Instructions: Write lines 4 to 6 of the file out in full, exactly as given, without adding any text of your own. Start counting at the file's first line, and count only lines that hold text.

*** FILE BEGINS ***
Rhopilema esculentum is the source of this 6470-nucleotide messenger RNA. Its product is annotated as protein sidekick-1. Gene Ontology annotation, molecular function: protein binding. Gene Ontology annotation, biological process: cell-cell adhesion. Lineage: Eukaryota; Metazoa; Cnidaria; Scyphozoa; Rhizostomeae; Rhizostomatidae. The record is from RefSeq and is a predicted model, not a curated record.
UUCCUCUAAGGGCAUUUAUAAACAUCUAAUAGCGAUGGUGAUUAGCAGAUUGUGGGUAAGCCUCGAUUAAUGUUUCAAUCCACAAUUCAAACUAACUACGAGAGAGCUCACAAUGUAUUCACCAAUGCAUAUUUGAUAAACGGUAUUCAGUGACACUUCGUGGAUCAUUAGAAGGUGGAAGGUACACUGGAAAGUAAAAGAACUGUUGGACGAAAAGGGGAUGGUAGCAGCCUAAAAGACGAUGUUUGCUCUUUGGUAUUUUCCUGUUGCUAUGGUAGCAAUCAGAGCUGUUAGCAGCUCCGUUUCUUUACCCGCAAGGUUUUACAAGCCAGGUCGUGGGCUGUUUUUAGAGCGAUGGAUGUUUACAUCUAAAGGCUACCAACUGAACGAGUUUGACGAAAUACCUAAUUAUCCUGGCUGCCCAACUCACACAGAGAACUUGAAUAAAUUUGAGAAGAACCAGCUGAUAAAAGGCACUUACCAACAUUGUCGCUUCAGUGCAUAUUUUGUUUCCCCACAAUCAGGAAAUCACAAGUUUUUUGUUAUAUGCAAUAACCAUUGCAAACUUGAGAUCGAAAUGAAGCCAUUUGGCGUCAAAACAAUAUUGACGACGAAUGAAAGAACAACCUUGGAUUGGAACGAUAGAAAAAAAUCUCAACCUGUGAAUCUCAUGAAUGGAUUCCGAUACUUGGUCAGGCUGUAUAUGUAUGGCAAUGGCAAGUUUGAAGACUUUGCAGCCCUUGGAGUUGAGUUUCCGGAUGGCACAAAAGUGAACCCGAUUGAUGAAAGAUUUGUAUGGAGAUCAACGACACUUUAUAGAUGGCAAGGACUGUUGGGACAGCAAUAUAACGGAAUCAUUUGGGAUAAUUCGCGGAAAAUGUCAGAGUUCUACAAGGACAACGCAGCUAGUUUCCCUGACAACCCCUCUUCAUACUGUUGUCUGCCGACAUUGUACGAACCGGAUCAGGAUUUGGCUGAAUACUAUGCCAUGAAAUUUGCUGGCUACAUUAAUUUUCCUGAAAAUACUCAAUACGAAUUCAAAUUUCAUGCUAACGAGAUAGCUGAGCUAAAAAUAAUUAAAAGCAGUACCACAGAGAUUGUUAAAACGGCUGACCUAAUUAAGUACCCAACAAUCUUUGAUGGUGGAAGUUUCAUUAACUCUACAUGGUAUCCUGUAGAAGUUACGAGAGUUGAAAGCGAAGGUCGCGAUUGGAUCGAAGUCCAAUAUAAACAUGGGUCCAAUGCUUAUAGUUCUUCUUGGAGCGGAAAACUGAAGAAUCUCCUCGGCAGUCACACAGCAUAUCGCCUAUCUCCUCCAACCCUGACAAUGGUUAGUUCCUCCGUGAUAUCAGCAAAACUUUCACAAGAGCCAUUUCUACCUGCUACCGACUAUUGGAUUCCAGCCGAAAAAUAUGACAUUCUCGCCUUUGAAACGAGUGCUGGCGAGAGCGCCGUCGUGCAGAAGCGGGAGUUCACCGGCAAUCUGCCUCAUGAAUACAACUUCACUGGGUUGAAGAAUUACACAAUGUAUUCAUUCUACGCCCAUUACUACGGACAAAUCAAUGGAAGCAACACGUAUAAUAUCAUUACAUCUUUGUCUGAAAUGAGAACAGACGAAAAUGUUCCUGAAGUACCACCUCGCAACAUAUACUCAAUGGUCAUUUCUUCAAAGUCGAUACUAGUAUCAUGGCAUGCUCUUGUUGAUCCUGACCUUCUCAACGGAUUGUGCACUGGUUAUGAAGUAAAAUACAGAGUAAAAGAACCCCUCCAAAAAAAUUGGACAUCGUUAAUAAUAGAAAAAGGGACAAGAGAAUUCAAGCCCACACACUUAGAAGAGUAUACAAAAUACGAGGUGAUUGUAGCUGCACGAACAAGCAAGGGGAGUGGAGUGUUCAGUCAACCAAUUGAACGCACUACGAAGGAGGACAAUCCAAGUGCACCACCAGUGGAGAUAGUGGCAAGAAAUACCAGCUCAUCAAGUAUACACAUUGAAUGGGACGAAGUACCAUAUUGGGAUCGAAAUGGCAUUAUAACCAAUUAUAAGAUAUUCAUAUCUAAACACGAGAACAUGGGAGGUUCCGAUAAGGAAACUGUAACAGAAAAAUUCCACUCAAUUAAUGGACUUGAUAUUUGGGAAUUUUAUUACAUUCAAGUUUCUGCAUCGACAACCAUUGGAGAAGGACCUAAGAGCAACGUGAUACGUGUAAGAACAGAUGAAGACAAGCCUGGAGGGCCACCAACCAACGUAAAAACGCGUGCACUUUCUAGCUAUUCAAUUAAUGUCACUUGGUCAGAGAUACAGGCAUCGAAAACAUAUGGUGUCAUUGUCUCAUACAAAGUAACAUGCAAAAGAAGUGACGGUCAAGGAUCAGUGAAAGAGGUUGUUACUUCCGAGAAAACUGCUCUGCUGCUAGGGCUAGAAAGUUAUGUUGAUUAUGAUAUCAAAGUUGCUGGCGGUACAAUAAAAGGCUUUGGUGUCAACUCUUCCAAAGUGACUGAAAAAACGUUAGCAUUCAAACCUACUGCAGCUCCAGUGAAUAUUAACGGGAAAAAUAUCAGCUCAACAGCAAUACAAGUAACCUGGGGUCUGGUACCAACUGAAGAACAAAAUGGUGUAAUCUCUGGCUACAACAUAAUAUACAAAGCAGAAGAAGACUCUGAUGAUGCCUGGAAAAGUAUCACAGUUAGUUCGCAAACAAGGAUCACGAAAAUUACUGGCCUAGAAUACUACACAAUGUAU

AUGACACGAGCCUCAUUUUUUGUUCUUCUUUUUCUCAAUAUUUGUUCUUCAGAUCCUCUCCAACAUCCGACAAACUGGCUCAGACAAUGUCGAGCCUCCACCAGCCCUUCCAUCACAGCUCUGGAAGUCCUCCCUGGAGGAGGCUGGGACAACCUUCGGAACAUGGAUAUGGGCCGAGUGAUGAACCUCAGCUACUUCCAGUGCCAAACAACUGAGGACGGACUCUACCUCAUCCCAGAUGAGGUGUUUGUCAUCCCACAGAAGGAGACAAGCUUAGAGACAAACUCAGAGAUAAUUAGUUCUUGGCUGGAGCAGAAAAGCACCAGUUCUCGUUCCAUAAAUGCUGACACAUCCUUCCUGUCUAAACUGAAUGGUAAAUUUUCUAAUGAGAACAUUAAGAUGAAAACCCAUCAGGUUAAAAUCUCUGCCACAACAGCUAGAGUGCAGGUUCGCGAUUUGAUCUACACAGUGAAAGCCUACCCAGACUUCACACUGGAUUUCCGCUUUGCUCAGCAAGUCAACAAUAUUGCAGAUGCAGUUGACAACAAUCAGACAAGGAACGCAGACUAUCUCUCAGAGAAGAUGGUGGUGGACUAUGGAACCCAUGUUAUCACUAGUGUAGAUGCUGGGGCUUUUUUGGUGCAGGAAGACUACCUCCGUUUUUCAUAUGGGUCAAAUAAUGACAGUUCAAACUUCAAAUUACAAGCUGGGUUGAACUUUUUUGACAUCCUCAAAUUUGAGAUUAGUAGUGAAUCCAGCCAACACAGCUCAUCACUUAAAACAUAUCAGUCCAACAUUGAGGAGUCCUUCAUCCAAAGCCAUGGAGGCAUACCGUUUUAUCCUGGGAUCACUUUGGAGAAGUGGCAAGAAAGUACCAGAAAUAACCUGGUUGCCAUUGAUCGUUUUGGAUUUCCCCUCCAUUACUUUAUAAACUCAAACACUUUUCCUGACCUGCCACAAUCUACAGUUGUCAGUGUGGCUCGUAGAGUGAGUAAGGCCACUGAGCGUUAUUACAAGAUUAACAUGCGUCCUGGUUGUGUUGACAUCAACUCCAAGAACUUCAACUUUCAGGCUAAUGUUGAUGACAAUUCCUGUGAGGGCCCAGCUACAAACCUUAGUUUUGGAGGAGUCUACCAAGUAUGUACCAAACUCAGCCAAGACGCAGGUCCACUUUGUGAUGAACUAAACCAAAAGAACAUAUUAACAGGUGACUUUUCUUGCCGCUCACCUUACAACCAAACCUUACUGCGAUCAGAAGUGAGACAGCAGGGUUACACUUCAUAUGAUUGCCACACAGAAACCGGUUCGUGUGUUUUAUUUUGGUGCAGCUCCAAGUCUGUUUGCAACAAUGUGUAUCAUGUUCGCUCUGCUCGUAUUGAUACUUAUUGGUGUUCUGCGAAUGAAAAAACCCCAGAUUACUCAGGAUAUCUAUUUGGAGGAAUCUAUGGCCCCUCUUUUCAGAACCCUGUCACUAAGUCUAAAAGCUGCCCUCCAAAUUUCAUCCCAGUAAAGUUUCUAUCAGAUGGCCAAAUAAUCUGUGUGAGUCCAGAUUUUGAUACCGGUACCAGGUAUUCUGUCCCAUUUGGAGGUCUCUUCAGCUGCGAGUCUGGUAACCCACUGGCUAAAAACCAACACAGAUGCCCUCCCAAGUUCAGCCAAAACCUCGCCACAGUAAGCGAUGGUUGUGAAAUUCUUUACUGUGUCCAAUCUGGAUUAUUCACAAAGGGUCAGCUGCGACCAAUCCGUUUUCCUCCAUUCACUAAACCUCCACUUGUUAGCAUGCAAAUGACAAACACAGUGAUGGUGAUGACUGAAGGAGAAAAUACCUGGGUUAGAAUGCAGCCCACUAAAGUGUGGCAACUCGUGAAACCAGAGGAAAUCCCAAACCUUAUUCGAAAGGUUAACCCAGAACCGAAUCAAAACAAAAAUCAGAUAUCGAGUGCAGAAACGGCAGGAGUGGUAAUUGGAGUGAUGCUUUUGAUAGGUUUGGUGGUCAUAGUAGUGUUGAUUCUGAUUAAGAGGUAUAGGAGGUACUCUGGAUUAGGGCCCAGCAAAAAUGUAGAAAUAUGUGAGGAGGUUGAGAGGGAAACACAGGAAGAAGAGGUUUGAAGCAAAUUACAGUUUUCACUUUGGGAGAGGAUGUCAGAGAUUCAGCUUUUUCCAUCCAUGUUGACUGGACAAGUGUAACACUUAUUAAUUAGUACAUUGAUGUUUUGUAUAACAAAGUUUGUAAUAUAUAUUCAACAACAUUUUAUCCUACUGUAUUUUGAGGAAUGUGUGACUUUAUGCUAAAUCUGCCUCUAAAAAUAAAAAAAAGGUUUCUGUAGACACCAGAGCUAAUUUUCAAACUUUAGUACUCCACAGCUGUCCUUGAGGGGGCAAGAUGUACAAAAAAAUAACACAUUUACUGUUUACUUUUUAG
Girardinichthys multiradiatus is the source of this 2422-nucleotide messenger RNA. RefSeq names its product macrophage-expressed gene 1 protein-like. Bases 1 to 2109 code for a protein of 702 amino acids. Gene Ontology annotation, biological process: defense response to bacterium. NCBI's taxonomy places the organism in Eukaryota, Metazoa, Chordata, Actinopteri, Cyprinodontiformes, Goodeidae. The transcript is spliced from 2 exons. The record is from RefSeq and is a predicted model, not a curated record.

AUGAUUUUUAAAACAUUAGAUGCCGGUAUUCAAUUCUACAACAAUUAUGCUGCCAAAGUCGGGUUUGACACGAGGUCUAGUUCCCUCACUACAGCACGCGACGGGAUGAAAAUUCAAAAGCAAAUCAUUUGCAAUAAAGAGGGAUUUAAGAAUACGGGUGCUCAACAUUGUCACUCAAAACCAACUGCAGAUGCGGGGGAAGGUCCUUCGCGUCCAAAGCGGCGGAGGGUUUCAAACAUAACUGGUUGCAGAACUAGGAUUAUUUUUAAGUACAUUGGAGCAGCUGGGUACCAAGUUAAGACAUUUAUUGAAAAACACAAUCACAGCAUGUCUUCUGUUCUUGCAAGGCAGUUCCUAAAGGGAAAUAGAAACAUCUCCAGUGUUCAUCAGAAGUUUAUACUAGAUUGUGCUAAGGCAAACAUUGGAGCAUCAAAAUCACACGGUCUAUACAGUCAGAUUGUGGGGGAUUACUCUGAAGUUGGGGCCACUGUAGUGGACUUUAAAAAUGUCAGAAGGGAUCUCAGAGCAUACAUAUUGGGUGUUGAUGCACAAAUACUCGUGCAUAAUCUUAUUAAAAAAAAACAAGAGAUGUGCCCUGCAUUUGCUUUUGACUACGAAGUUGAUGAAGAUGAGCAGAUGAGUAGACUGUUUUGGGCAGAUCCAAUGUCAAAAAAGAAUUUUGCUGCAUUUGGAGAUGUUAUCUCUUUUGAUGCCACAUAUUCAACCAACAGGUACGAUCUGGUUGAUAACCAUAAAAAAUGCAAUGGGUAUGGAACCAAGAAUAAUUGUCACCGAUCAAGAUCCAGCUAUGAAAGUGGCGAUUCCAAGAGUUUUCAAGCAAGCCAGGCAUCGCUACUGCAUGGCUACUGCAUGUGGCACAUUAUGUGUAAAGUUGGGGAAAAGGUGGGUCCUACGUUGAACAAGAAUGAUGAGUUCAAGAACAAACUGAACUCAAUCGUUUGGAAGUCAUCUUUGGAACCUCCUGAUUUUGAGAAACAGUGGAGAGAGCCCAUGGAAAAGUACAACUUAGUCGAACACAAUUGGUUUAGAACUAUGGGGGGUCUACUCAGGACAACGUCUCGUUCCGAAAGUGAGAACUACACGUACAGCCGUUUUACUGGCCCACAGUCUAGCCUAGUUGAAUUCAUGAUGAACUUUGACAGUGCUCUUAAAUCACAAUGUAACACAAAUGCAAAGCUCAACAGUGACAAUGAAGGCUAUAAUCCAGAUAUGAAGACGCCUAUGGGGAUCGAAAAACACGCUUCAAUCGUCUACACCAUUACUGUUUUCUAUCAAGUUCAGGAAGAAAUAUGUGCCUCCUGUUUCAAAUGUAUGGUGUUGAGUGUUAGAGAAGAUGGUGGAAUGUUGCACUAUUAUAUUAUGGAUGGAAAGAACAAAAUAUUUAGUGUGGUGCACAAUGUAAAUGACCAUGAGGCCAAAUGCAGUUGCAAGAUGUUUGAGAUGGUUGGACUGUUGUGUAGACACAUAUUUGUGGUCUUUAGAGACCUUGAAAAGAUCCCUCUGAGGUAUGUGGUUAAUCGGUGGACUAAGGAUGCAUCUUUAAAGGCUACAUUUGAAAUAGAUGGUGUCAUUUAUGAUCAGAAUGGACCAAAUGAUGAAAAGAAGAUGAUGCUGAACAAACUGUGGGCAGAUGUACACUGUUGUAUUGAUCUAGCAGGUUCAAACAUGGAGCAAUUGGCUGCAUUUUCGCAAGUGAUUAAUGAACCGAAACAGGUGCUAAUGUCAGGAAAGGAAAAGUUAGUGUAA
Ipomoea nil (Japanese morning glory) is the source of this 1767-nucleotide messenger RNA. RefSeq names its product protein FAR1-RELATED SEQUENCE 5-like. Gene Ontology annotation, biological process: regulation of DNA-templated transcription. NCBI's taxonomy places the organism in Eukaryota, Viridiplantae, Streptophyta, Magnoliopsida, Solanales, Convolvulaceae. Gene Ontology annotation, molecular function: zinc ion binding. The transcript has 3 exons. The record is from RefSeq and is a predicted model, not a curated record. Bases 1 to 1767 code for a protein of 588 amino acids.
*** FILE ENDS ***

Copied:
Girardinichthys multiradiatus is the source of this 2422-nucleotide messenger RNA. RefSeq names its product macrophage-expressed gene 1 protein-like. Bases 1 to 2109 code for a protein of 702 amino acids. Gene Ontology annotation, biological process: defense response to bacterium. NCBI's taxonomy places the organism in Eukaryota, Metazoa, Chordata, Actinopteri, Cyprinodontiformes, Goodeidae. The transcript is spliced from 2 exons. The record is from RefSeq and is a predicted model, not a curated record.

AUGAUUUUUAAAACAUUAGAUGCCGGUAUUCAAUUCUACAACAAUUAUGCUGCCAAAGUCGGGUUUGACACGAGGUCUAGUUCCCUCACUACAGCACGCGACGGGAUGAAAAUUCAAAAGCAAAUCAUUUGCAAUAAAGAGGGAUUUAAGAAUACGGGUGCUCAACAUUGUCACUCAAAACCAACUGCAGAUGCGGGGGAAGGUCCUUCGCGUCCAAAGCGGCGGAGGGUUUCAAACAUAACUGGUUGCAGAACUAGGAUUAUUUUUAAGUACAUUGGAGCAGCUGGGUACCAAGUUAAGACAUUUAUUGAAAAACACAAUCACAGCAUGUCUUCUGUUCUUGCAAGGCAGUUCCUAAAGGGAAAUAGAAACAUCUCCAGUGUUCAUCAGAAGUUUAUACUAGAUUGUGCUAAGGCAAACAUUGGAGCAUCAAAAUCACACGGUCUAUACAGUCAGAUUGUGGGGGAUUACUCUGAAGUUGGGGCCACUGUAGUGGACUUUAAAAAUGUCAGAAGGGAUCUCAGAGCAUACAUAUUGGGUGUUGAUGCACAAAUACUCGUGCAUAAUCUUAUUAAAAAAAAACAAGAGAUGUGCCCUGCAUUUGCUUUUGACUACGAAGUUGAUGAAGAUGAGCAGAUGAGUAGACUGUUUUGGGCAGAUCCAAUGUCAAAAAAGAAUUUUGCUGCAUUUGGAGAUGUUAUCUCUUUUGAUGCCACAUAUUCAACCAACAGGUACGAUCUGGUUGAUAACCAUAAAAAAUGCAAUGGGUAUGGAACCAAGAAUAAUUGUCACCGAUCAAGAUCCAGCUAUGAAAGUGGCGAUUCCAAGAGUUUUCAAGCAAGCCAGGCAUCGCUACUGCAUGGCUACUGCAUGUGGCACAUUAUGUGUAAAGUUGGGGAAAAGGUGGGUCCUACGUUGAACAAGAAUGAUGAGUUCAAGAACAAACUGAACUCAAUCGUUUGGAAGUCAUCUUUGGAACCUCCUGAUUUUGAGAAACAGUGGAGAGAGCCCAUGGAAAAGUACAACUUAGUCGAACACAAUUGGUUUAGAACUAUGGGGGGUCUACUCAGGACAACGUCUCGUUCCGAAAGUGAGAACUACACGUACAGCCGUUUUACUGGCCCACAGUCUAGCCUAGUUGAAUUCAUGAUGAACUUUGACAGUGCUCUUAAAUCACAAUGUAACACAAAUGCAAAGCUCAACAGUGACAAUGAAGGCUAUAAUCCAGAUAUGAAGACGCCUAUGGGGAUCGAAAAACACGCUUCAAUCGUCUACACCAUUACUGUUUUCUAUCAAGUUCAGGAAGAAAUAUGUGCCUCCUGUUUCAAAUGUAUGGUGUUGAGUGUUAGAGAAGAUGGUGGAAUGUUGCACUAUUAUAUUAUGGAUGGAAAGAACAAAAUAUUUAGUGUGGUGCACAAUGUAAAUGACCAUGAGGCCAAAUGCAGUUGCAAGAUGUUUGAGAUGGUUGGACUGUUGUGUAGACACAUAUUUGUGGUCUUUAGAGACCUUGAAAAGAUCCCUCUGAGGUAUGUGGUUAAUCGGUGGACUAAGGAUGCAUCUUUAAAGGCUACAUUUGAAAUAGAUGGUGUCAUUUAUGAUCAGAAUGGACCAAAUGAUGAAAAGAAGAUGAUGCUGAACAAACUGUGGGCAGAUGUACACUGUUGUAUUGAUCUAGCAGGUUCAAACAUGGAGCAAUUGGCUGCAUUUUCGCAAGUGAUUAAUGAACCGAAACAGGUGCUAAUGUCAGGAAAGGAAAAGUUAGUGUAA
Ipomoea nil (Japanese morning glory) is the source of this 1767-nucleotide messenger RNA. RefSeq names its product protein FAR1-RELATED SEQUENCE 5-like. Gene Ontology annotation, biological process: regulation of DNA-templated transcription. NCBI's taxonomy places the organism in Eukaryota, Viridiplantae, Streptophyta, Magnoliopsida, Solanales, Convolvulaceae. Gene Ontology annotation, molecular function: zinc ion binding. The transcript has 3 exons. The record is from RefSeq and is a predicted model, not a curated record. Bases 1 to 1767 code for a protein of 588 amino acids.